Approximation to the Composition and Biodiversity of Saltlicks Forest for Two Indigenous Communities in the Colombia Amazonas Trapeze


Tikuna and Uitoto indigenous communities believe that Saltlicks are sacred natural spaces (SNS) in the Amazon Rainforest, health and nutrition spaces of important species of fauna, especially mammals and birds. The perception, knowledge, use and spiritual management of saltlicks under the values of these indigenous communities help the conservation of more than 130 species of flora identified in forest inventories in saltlicks. The purpose of this article is to identify the composition and biodiversity of the forest in a sample of 11 saltlicks (6 in the TICOYA Resguardo2 in the San Martin de Amacayacu (SMA)3 area, Tikuna community, and 5 in RITU Resguardo, LosKilometrosarea, Uitoto community), recognizing genres (or species when were possible) and frequently botanical families. The data were obtained through field work with forest inventories by transects of 4 × 50 meters made in the years 2015, 2016 and 2017, with help of guides and knowledgeable flora elders from both communities. As a conclusion, the saltlicks samples in both Resguardos have high biodiversity and richness indices. More than 130 species of trees and palms were identified in 90 genres and 30 botanic families. The families in the saltlicks samples with more number of trees or palms are Fabaceae, Arecaceae and Lecythidaceae. In the 6 saltlicks of SMA, 28 families with 59 genres were identified. The families with more individuals are Arecaceae, Fabaceae and Myristicaceae. In the 5 saltlicks of Los Kilometros, 30 families with 67 genres were identified. The families with more number of trees are Arecaceae, Fabaceae and Lecythidaceae. This information contributes to the knowledge of the saltlicks forest and helps the recognition and conservation of their flora.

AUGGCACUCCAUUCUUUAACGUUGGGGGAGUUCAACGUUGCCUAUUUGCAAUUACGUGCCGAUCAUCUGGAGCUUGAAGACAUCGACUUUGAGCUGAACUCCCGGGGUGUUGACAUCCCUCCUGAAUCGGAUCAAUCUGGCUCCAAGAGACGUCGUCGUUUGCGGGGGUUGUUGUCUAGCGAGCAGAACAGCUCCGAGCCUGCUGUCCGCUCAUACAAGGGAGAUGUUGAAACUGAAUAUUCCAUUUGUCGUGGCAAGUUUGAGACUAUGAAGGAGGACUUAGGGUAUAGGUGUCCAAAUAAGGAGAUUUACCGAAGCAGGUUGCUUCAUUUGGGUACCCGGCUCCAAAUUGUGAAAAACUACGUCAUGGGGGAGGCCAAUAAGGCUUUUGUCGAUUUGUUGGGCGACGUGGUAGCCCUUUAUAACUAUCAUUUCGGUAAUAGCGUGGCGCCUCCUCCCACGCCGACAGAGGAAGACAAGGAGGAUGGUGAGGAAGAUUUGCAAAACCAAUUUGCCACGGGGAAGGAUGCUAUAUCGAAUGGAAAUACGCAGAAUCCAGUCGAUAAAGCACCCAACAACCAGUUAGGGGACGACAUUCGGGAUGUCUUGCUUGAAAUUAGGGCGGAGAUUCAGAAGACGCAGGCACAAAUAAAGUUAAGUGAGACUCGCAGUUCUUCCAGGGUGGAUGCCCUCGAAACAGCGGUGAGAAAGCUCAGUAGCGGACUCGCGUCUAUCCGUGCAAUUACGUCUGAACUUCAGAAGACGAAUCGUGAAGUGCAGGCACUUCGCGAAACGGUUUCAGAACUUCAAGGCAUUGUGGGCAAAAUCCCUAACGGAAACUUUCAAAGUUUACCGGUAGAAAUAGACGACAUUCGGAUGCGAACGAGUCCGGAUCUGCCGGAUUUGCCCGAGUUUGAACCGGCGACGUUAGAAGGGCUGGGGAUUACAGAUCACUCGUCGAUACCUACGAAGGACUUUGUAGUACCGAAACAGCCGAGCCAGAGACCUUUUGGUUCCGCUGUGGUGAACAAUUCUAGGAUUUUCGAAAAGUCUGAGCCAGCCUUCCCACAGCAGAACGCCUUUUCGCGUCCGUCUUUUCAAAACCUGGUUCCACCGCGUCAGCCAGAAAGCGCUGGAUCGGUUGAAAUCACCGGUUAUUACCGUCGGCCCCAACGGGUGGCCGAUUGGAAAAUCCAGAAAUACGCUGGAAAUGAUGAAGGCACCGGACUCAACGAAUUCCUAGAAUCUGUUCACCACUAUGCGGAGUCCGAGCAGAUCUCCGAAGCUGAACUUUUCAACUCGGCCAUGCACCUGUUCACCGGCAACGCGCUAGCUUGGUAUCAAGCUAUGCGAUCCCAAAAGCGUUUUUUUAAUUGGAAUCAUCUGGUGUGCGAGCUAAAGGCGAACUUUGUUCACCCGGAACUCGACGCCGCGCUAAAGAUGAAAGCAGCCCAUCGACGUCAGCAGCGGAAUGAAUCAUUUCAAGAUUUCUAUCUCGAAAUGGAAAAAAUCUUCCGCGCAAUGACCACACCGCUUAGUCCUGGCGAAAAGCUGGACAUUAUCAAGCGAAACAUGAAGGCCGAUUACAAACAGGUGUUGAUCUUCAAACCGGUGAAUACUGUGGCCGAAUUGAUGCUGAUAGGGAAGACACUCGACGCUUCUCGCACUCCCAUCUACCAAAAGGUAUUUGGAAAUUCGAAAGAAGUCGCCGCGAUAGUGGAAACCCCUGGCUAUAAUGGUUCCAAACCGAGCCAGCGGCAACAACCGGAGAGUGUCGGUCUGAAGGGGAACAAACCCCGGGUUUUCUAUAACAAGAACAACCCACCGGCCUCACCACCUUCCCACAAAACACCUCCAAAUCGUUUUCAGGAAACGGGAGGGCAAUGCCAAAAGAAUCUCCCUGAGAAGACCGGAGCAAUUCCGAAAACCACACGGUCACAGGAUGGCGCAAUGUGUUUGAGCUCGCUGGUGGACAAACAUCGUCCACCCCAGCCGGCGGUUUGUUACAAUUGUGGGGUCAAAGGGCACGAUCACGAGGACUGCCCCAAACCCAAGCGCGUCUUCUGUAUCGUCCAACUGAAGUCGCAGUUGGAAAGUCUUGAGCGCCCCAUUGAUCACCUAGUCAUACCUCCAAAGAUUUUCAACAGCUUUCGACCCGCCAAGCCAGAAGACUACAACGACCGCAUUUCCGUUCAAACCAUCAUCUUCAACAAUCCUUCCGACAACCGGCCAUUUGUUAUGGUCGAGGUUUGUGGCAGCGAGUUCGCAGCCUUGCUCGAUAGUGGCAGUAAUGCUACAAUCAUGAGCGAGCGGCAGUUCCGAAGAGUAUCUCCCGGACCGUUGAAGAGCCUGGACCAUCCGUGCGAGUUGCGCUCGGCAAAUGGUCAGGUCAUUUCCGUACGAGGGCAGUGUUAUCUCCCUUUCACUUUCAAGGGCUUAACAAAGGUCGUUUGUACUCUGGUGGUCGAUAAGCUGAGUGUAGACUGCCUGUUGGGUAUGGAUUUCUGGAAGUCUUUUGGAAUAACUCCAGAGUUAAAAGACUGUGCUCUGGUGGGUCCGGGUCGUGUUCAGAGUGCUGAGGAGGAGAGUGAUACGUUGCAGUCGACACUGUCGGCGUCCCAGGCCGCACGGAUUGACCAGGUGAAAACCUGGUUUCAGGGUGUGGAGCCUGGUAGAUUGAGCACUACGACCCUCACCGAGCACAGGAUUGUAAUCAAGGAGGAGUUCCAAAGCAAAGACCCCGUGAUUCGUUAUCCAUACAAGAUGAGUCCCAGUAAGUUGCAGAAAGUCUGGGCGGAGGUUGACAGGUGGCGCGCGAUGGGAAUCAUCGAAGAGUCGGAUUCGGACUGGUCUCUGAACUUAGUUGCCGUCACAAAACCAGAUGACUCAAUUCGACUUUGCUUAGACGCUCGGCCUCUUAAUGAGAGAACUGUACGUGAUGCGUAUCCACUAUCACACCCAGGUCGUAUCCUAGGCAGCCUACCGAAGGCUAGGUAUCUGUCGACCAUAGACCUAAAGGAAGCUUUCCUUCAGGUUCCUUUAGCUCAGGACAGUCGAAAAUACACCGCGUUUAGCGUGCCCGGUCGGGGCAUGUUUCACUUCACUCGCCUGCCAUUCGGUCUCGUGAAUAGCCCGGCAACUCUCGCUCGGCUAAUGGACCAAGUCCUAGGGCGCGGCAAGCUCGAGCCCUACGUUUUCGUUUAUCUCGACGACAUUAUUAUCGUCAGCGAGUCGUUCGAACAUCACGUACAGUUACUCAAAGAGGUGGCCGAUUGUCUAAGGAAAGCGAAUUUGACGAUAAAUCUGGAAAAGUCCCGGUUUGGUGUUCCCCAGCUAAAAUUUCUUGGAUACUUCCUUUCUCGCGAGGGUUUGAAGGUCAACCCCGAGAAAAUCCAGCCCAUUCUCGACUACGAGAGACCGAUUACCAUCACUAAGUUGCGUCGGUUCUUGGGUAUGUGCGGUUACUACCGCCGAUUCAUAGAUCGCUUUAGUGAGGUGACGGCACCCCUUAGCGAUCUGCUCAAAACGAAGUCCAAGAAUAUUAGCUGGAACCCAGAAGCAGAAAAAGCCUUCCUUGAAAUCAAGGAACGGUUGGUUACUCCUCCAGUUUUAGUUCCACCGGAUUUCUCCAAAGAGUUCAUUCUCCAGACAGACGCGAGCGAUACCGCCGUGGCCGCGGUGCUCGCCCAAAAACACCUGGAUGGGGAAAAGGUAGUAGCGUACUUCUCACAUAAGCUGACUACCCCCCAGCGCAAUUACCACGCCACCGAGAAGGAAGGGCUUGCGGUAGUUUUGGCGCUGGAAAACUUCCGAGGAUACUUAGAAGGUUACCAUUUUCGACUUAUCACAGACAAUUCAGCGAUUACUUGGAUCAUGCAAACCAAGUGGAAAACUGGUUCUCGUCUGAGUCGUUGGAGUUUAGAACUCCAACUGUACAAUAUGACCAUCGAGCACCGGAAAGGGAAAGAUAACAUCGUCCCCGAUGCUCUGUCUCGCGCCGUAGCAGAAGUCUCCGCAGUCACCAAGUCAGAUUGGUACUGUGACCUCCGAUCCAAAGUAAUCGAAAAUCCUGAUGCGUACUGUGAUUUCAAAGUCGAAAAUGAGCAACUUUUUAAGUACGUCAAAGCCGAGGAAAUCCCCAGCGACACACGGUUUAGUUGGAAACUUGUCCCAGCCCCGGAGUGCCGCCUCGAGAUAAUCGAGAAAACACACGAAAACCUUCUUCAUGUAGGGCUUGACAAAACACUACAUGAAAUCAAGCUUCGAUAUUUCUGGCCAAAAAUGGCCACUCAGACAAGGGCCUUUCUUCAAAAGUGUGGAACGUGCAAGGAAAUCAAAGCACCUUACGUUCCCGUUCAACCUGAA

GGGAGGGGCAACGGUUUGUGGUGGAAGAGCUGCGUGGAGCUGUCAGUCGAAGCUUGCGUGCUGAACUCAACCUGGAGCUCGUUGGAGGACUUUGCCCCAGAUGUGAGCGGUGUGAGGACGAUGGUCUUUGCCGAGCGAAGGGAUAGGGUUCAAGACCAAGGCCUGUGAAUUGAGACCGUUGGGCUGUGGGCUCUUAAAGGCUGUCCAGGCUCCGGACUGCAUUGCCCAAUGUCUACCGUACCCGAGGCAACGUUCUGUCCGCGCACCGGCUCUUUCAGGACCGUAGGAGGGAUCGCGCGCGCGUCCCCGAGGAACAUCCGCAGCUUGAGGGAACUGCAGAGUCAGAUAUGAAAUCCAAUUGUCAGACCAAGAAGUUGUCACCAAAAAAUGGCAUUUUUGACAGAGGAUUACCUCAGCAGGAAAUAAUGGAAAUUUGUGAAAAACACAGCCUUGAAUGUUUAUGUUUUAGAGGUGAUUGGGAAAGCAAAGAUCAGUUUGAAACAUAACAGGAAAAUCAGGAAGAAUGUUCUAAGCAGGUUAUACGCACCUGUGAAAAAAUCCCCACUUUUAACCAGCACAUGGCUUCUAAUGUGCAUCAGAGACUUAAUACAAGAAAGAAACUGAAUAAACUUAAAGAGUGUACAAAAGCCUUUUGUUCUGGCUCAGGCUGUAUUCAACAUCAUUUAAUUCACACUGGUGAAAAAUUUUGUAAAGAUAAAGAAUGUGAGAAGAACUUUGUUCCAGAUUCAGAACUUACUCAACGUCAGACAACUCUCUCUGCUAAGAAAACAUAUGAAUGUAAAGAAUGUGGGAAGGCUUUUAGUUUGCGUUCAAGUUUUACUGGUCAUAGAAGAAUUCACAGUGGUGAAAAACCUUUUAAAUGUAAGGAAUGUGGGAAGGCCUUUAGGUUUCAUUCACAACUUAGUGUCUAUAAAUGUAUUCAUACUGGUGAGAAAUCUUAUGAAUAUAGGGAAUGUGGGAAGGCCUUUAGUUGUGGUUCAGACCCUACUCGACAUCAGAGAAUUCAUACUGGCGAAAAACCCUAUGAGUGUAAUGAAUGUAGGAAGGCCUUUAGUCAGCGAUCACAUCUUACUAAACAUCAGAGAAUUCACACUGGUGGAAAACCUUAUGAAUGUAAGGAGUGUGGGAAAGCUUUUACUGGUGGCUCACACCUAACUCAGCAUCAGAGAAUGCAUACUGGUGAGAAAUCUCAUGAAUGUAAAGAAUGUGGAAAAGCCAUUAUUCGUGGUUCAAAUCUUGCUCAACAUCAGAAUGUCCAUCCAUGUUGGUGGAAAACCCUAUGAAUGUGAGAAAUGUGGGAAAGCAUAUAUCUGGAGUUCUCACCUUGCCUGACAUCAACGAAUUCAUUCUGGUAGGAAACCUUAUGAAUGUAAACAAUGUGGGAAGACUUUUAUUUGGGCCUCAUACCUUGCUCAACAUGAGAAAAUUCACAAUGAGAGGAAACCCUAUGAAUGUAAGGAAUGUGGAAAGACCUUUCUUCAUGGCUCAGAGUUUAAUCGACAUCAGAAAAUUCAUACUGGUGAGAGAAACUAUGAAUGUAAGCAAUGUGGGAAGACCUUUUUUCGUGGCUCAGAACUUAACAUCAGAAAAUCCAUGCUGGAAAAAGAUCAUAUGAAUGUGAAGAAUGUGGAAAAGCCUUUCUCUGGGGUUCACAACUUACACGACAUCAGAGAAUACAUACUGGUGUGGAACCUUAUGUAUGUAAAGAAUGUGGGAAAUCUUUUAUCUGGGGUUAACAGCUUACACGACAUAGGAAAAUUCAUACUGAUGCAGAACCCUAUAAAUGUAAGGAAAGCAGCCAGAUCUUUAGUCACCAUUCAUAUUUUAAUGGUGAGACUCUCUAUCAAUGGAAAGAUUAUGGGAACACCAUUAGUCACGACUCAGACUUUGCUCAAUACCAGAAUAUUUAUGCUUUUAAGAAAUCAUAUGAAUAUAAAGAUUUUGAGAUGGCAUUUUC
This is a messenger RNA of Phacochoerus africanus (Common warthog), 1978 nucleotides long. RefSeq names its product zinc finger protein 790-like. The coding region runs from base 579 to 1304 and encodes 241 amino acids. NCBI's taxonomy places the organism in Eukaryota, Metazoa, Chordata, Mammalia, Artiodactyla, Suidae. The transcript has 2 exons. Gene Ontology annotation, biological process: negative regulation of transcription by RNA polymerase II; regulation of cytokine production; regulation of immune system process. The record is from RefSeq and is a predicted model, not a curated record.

Share and Cite:

Monsalve-Cuartas, A. , Castro Rego, F. and Sanchez, I. (2019) Approximation to the Composition and Biodiversity of Saltlicks Forest for Two Indigenous Communities in the Colombia Amazonas Trapeze. Open Access Library Journal, 6, 1-24. doi: 10.4236/oalib.1105429.

1. Resumen

Para las etnias indígenas Tikuna y Uitoto, los salados son espacios naturales sagrados ubicados dentro de la Selva Amazónica. Su percepción, conocimiento, gestión y manejo espiritual ayuda a la conservación de más de 130 especies de flora identificadas en inventarios realizados en los salados.

El objetivo de este estudio fue analizar la composición y biodiversidad de la comunidad forestal en una muestra de 11 salados (6 salados en el resguardo TICOYA sector de San Martin de Amacayacu―etnia Tikuna, y 5 salados en el resguardo RITU sector los Kilometros, etnia Uitoto), reconocer los géneros (o especies hasta donde fue posible) y familias botánicas frecuentes. La información necesaria se obtuvo a través del trabajo de campo con inventarios realizados por medio de transectos de 4 × 50 mts en los años 2015, 2016 y 2017, con la ayuda de conocedores de flora de ambas comunidades.

Se concluye que la muestra de salados presenta índices de biodiversidad y riqueza altos. Se identificaron más de 130 especies de árboles y palmas en 90 géneros y 30 familiasbotanicas. Las familias con mayor número de individuos identificados son Arecaceae, Fabaceae, y Lecythidaceae.